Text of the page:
You're not quite sure when it started; seems like it's been forever.

It might have been when you had to put your cat to sleep. Yeah, yeah, it's just a cat, fourteen years is a long time for an animal – but still.

You'd had him almost since before you'd left the Academy; your boyfriend at the time had shown up at the door with a scrawny little thing that looked like a drowned rat.

You kept the cat and lost the boyfriend.

You'd dragged him around the country, occasionally dumping him with friends and family when the need arose; but he always forgave you, settling in again and sleeping up against your back, staring out the windows, sitting on your desk as you worked watching the pointer on the screen and batting at it.

He didn't even care that you never named him – 'Cat' was just fine with him.

So a few months ago he was diagnosed with feline leukemia. This, combined with his age, said the vet, was not good. The vet preferred he be put down immediately.

You ask if you can take him home and do it yourself.

So, that evening, you sit on your couch with him across your lap. You stroke him gently, listening intently to every pitiful purr and speaking to him softly. Then you take out the syringe and inject him quickly and expertly, and hold him tightly while the light fades from his once bright eyes.

You tell him goodbye and you're sorry.

You don't cry.

You bury him in the backyard in a hole you've already dug, thinking, for some reason, of your mother, then you go to bed. Work tomorrow.

You don't tell anyone what's happened. As politically correct and 'sensitive' and enlightened as the Air Force is supposed to be these days, you know nobody will understand how much it hurts to lose a friend like that.

You work.

Then, for the first time in almost 12 years, you miss a day of work. Maybe that's when it started, who knows? But you remember the surprise in O'Neill's voice when you call. He teases you – "Samantha Carter missing work?" You don't think it's funny, but you pretend to, and when you put down the phone you go back to bed. You'd given him some bullshit story about the flu; the truth was you were just fucking tired. Hadn't slept well in weeks; your focus was shot.

You were not taking your team out when you felt like that.

You go back to work, still not sleeping well but determined to do the job. Daniel comments on how tired you look; so does Teal'c, so does O'Neill. This irritates you – no, it pisses you off and for some inexplicable reason you find yourself hating all three of them. Just for the briefest of moments. But the feeling was there, nonetheless.

You start missing work on a regular basis; missing or coming in late. O'Neill lets it go for a while before reminding you that you have a job to do; you promise to do better. And you do, for a while, then it starts again. This continues for several weeks; O'Neill watches you more and more closely before losing patience. He finally orders you to visit the psychiatrist and you do, grudgingly, saying all the right things and convincing her you can work, that you've just been distracted lately. O'Neill accepts this diagnosis with skepticism but allows you to stay on duty; and you don't miss any more.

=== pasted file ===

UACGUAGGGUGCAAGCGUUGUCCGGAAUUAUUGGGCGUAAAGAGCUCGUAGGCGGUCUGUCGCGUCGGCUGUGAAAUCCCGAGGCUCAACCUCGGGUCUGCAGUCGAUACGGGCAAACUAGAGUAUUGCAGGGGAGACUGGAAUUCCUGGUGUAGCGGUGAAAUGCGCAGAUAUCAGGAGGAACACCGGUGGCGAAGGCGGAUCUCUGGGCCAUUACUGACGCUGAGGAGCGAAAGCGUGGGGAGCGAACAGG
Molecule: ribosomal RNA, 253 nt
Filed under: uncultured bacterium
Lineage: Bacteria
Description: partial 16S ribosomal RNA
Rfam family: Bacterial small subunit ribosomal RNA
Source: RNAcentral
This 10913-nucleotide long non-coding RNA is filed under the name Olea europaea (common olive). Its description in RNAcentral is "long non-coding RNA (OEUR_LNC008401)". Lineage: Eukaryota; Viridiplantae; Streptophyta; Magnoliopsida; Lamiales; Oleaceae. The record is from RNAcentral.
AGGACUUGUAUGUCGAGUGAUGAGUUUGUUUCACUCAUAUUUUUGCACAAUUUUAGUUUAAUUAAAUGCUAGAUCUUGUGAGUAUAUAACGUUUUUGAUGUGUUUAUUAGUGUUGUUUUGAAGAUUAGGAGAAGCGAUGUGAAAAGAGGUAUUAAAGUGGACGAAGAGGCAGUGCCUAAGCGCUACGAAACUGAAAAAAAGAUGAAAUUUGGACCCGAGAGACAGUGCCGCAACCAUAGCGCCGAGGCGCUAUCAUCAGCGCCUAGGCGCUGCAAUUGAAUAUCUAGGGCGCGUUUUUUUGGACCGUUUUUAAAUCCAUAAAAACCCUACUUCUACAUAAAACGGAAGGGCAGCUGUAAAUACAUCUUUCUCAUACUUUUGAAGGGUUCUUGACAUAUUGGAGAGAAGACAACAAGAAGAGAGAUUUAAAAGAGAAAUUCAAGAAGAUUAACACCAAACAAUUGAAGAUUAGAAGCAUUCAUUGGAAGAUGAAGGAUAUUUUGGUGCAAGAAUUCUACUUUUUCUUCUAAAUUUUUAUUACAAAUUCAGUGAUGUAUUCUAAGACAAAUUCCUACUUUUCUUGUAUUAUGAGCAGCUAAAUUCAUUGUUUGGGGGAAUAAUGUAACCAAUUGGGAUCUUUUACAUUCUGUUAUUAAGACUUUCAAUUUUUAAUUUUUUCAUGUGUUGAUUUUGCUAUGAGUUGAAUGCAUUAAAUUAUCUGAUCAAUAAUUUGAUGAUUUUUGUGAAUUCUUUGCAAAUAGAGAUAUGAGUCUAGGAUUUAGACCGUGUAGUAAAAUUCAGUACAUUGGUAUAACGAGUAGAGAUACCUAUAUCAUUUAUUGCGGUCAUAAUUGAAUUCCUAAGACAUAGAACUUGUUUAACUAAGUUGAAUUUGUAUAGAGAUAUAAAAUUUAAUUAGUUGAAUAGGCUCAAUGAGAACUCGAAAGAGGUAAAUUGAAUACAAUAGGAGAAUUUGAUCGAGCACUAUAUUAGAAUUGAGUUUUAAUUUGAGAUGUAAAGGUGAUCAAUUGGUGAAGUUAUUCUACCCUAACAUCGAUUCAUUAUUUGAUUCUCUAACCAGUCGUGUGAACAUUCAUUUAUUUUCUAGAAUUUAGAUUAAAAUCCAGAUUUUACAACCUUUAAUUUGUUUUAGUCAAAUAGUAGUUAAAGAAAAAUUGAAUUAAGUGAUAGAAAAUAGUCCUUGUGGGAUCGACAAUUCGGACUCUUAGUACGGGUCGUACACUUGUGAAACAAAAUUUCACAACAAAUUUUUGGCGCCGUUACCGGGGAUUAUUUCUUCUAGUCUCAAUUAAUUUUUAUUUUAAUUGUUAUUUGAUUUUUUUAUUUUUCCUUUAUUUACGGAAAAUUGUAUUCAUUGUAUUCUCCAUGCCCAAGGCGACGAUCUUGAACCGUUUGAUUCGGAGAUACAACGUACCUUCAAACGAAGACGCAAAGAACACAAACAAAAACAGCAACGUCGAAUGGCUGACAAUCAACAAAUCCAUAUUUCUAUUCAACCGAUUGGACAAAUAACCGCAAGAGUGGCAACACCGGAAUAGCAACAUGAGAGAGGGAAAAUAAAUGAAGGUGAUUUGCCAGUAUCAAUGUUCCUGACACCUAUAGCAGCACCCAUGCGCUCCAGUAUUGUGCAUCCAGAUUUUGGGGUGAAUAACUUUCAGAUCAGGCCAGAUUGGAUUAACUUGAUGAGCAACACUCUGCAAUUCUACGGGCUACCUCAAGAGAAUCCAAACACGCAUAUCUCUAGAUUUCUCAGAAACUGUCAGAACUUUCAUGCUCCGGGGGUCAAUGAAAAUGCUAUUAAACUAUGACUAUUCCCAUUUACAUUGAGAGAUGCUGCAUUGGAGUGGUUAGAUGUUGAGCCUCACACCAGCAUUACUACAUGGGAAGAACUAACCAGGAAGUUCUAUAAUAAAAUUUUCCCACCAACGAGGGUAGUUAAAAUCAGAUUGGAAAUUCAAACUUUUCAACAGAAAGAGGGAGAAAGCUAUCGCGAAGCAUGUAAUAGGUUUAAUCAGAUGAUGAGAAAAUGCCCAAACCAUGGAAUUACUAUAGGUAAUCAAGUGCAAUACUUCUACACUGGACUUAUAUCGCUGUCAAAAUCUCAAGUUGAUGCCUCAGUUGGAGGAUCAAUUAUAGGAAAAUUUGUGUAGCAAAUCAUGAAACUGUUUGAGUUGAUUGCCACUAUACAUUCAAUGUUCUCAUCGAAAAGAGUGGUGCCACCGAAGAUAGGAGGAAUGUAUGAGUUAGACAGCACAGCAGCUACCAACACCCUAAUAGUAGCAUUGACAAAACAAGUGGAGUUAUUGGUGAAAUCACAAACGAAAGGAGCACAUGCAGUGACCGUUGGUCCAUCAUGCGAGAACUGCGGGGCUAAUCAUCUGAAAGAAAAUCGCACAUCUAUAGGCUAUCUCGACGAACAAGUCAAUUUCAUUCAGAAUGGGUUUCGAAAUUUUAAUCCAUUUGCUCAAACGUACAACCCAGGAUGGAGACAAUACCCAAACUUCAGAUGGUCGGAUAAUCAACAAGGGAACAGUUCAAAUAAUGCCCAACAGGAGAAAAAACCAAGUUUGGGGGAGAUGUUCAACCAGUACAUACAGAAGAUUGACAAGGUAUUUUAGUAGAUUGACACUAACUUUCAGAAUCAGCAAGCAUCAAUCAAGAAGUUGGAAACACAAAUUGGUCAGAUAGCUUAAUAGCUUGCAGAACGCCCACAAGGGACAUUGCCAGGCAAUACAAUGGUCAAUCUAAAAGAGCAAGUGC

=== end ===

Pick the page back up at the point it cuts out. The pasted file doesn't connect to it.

The sleeplessness continues; people continue to comment on how tired you look, Daniel asks incessantly if you're all right – finally, you tell him irritably that you were fucking fine and could he please leave you alone? He stares, shocked, you assume, at your language and your tone. You go back to your work and he leaves the lab silently and you know you should feel sorry, but you don't. You just don't care.

You find yourself angry all the time – you don't know why, you just know that the burning knot of hate that has lodged in your chest will not leave. Hatred for what, you have absolutely no idea – sometimes you think you hate everyone and everything. You know you should be surprised at yourself. You're Sam Carter, strong, smart, capable, resilient, a good friend. But you haven't felt like any of those things for a very long time.

You finally break when a lab assistant stops you from performing an experiment you'd designed. You are about to dress her down when she points out the fact that if you'd performed the experiment as designed, you could have killed everyone in the lab.

You stare, stunned, then you turn on your heel and leave.

You enter O'Neill's office without knocking and demand two weeks leave. He stares at you for a moment and asks you for the hundredth time what's wrong. You sigh, tell him you're not sleeping and that you can't perform well right now.

He looks at you closely – you cringe; he's about to ask you a question you can't or don't want to answer. But instead he orders you to the infirmary, then tells you not to come back for a month.

You leave his office without saying goodbye and head down to the infirmary. Dr. Ballinger grills you incessantly but you insist that you're just not sleeping well. Finally, you think, you hope, he begins to believe you and prescribes some heavy duty tranquilizers.

"These are very strong, Col. Carter," he says. "Don't take them during the day, only at night."

He eyes you over his glasses and you can tell he thinks you won't take them at all, because that's just the kind of person you are.